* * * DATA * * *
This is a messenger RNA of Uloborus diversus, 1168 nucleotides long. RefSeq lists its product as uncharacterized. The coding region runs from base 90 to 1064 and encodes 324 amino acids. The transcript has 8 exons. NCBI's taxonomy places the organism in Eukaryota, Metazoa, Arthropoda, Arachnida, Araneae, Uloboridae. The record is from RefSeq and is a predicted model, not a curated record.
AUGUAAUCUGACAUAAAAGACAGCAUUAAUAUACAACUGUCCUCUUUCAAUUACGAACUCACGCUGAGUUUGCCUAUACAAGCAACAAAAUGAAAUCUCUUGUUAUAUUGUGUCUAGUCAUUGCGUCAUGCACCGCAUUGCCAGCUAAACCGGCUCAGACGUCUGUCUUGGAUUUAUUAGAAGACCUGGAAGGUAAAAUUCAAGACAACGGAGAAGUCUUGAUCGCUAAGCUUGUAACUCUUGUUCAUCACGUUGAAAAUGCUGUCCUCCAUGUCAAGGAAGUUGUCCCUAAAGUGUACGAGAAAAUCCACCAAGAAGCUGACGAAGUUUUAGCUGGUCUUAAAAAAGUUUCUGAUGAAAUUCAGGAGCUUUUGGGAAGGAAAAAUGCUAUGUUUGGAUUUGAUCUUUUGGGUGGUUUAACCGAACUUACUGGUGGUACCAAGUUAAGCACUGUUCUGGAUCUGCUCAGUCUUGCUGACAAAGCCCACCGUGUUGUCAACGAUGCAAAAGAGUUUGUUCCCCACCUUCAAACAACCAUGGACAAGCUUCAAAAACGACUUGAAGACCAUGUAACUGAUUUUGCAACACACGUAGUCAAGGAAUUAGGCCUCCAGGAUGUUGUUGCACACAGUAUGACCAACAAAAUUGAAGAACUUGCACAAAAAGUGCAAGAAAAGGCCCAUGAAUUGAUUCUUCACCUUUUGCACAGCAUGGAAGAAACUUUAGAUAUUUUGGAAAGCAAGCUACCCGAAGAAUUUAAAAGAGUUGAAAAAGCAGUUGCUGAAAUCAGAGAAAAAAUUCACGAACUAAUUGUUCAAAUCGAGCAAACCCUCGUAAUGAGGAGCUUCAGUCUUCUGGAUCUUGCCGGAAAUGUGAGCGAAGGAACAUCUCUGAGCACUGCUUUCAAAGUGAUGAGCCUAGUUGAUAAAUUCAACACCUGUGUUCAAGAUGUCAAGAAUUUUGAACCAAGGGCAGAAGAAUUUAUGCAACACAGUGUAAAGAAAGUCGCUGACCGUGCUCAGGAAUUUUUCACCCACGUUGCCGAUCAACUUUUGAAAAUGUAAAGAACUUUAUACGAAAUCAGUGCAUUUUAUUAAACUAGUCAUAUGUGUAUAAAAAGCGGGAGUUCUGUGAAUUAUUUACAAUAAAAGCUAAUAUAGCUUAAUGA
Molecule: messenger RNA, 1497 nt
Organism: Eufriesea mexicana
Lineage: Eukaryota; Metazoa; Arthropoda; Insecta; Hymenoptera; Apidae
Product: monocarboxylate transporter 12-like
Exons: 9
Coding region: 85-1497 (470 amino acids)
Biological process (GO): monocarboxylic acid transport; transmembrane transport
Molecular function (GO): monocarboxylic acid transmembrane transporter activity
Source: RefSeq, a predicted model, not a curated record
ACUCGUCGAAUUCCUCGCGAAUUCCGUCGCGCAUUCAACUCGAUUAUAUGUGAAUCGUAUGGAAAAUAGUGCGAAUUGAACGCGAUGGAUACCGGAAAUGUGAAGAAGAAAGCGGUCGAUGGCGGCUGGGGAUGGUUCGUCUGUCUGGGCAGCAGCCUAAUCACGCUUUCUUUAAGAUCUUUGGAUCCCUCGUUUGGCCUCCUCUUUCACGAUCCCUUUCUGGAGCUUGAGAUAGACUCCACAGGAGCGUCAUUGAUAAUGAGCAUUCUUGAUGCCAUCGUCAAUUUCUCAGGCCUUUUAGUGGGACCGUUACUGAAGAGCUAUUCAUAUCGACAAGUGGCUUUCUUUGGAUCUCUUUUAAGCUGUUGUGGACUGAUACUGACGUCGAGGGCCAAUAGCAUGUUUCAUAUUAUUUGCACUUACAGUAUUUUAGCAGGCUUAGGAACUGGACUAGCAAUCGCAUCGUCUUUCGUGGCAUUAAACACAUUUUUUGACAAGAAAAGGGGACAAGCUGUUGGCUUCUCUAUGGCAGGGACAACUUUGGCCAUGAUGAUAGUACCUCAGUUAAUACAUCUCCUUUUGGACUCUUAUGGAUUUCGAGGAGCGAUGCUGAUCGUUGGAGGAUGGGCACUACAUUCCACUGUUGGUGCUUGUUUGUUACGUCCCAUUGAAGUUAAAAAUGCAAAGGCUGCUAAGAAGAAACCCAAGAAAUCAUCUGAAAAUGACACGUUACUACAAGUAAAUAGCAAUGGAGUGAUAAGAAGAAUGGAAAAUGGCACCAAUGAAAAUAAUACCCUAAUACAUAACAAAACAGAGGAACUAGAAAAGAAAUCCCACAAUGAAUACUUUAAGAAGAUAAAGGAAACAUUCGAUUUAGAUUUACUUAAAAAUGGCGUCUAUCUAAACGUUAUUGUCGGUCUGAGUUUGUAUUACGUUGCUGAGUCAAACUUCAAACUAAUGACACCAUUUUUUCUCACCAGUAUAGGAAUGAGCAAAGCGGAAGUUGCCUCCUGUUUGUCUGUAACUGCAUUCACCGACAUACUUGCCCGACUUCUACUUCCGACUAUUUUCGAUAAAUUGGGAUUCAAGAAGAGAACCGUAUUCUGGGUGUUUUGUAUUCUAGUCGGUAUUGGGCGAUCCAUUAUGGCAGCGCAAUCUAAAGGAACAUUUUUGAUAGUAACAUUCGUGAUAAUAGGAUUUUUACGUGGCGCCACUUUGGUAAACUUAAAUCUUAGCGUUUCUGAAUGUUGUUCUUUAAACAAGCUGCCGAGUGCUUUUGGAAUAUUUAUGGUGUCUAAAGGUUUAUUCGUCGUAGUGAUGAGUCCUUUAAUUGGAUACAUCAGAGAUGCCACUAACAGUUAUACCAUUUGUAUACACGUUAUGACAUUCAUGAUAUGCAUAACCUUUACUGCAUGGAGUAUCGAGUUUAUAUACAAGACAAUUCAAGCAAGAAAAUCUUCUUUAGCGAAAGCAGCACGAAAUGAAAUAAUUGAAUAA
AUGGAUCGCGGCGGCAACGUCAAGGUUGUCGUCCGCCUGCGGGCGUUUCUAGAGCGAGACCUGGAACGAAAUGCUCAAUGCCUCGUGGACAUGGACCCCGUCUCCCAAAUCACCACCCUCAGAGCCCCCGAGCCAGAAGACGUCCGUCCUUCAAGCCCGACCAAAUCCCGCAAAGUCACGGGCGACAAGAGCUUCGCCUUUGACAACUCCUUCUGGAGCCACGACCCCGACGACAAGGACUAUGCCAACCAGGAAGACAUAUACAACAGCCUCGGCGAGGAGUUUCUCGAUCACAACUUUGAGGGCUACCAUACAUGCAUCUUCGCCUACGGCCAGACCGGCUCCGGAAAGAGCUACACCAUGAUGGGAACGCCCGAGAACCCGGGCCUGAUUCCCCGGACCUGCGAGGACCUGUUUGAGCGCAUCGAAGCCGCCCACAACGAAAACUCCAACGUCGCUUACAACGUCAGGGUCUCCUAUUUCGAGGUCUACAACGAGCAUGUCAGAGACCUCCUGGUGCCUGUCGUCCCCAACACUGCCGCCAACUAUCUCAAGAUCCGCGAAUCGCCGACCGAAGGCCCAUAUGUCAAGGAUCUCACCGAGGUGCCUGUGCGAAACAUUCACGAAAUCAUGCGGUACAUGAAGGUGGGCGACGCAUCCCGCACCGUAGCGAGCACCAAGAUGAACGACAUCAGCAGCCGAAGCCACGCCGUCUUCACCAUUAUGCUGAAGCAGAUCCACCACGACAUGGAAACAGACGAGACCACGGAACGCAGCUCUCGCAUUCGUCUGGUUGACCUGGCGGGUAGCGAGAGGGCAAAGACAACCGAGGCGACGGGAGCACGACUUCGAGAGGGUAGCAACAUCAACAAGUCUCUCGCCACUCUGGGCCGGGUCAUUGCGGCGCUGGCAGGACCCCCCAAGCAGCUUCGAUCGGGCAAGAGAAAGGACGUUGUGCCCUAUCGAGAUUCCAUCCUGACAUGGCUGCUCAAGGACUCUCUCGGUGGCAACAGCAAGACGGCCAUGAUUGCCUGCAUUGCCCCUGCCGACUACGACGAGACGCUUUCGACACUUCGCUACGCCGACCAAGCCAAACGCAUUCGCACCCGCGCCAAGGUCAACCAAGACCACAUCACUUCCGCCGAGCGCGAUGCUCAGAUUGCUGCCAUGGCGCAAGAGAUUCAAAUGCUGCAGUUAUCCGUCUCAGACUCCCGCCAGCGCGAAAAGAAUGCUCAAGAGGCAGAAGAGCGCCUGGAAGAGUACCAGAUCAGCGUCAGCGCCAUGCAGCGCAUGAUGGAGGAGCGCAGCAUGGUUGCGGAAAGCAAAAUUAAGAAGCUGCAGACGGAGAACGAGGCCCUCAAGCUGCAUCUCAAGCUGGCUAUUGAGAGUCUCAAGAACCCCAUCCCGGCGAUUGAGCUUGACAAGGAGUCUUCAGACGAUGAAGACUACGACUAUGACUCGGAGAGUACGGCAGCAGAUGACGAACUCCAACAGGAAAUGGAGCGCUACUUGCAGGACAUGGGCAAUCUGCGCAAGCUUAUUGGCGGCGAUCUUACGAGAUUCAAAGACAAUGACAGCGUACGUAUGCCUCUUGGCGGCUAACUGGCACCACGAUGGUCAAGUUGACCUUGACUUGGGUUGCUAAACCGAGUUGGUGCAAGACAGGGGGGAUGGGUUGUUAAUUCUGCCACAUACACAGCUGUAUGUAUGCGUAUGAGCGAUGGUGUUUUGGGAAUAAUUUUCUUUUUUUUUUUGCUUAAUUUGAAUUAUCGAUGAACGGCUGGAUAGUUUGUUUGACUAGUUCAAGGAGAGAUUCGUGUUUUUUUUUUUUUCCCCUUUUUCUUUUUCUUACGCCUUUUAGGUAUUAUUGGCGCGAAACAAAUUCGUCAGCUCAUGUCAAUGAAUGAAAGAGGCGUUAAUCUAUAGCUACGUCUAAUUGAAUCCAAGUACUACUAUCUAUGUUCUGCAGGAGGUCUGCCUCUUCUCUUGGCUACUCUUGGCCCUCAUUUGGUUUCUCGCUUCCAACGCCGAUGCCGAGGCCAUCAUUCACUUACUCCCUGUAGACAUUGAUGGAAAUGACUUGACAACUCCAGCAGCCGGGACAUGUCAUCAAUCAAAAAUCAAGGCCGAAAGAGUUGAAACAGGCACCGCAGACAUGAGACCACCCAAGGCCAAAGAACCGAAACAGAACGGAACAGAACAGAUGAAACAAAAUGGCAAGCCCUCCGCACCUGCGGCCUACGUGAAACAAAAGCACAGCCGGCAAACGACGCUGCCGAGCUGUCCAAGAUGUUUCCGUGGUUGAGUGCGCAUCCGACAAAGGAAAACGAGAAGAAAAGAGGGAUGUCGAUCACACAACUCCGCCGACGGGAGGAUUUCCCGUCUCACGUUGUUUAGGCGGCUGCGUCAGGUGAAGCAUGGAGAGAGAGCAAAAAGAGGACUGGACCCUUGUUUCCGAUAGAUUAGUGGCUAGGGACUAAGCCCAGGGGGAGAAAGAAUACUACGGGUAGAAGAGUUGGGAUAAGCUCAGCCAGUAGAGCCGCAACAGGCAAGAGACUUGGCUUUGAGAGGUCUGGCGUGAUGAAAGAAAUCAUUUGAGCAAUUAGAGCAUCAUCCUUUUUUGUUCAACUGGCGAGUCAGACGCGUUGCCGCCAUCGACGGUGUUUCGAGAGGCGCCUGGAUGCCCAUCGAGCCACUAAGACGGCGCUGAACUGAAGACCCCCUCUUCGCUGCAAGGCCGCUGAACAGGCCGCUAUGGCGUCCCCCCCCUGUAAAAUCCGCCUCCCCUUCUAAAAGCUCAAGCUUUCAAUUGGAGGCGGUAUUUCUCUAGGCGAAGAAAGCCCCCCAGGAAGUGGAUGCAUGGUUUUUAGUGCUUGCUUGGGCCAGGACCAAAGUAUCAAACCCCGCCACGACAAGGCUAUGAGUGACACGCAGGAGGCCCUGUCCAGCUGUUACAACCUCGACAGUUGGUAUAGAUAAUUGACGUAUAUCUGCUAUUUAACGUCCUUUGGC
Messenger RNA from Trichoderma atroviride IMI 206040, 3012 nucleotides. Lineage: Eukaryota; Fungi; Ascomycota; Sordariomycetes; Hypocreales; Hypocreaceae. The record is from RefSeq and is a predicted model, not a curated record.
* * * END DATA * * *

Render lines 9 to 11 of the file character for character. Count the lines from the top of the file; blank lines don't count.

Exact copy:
Biological process (GO): monocarboxylic acid transport; transmembrane transport
Molecular function (GO): monocarboxylic acid transmembrane transporter activity
Source: RefSeq, a predicted model, not a curated record